Gold buckle

Gold buckle

Date first half of 7th century

Movement Early Medieval

Medium Gold

Length 5.25″

Provenance Sutton Hoo ship burial

Housed at The British Museum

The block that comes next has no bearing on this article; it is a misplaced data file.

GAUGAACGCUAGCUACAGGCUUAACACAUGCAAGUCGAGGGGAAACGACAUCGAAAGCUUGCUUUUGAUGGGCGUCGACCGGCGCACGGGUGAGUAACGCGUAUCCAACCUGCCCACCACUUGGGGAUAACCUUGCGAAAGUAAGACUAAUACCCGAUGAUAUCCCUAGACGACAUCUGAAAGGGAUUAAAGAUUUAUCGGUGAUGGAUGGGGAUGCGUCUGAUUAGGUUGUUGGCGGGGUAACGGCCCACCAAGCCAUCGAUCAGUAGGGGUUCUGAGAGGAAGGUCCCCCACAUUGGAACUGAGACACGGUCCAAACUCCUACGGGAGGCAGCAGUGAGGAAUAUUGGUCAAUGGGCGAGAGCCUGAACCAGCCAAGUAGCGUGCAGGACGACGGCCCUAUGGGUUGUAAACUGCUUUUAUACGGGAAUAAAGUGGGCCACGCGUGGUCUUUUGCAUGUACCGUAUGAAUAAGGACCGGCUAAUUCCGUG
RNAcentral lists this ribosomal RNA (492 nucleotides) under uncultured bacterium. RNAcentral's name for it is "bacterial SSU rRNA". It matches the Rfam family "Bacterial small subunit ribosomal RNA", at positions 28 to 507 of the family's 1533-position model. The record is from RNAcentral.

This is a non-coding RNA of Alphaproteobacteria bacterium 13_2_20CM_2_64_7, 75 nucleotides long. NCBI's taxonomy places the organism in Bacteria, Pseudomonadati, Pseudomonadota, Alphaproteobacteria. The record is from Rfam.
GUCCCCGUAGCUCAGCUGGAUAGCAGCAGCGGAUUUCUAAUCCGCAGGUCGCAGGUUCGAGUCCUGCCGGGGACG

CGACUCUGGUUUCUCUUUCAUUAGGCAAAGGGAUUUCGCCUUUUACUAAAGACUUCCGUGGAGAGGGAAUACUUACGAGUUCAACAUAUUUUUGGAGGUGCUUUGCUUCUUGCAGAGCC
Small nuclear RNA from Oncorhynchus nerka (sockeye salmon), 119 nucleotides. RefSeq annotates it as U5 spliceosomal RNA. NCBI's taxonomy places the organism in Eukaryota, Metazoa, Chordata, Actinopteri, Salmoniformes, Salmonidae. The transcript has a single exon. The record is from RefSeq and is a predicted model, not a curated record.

As in cultures before them, the Anglo-Saxons buried important persons with their personal effects. Found at the Sutton Hoo ship burial amongst a horde of military gear and treasures, it is thought to have belonged to King Raedwald; it is unclear if a human body was buried with the gear or if the site was more of a monument. Metalworkers employed, intricately, the Germanic animal style here (that originated, in fact, in Iran), with serpents and eagles interweaving amongst themselves across the buckle’s face; while Graeco- Roman artists freely used negative space to add depth and perspective to a work, here we see the opposite, possibly for “fear of empty space” (horror vacui).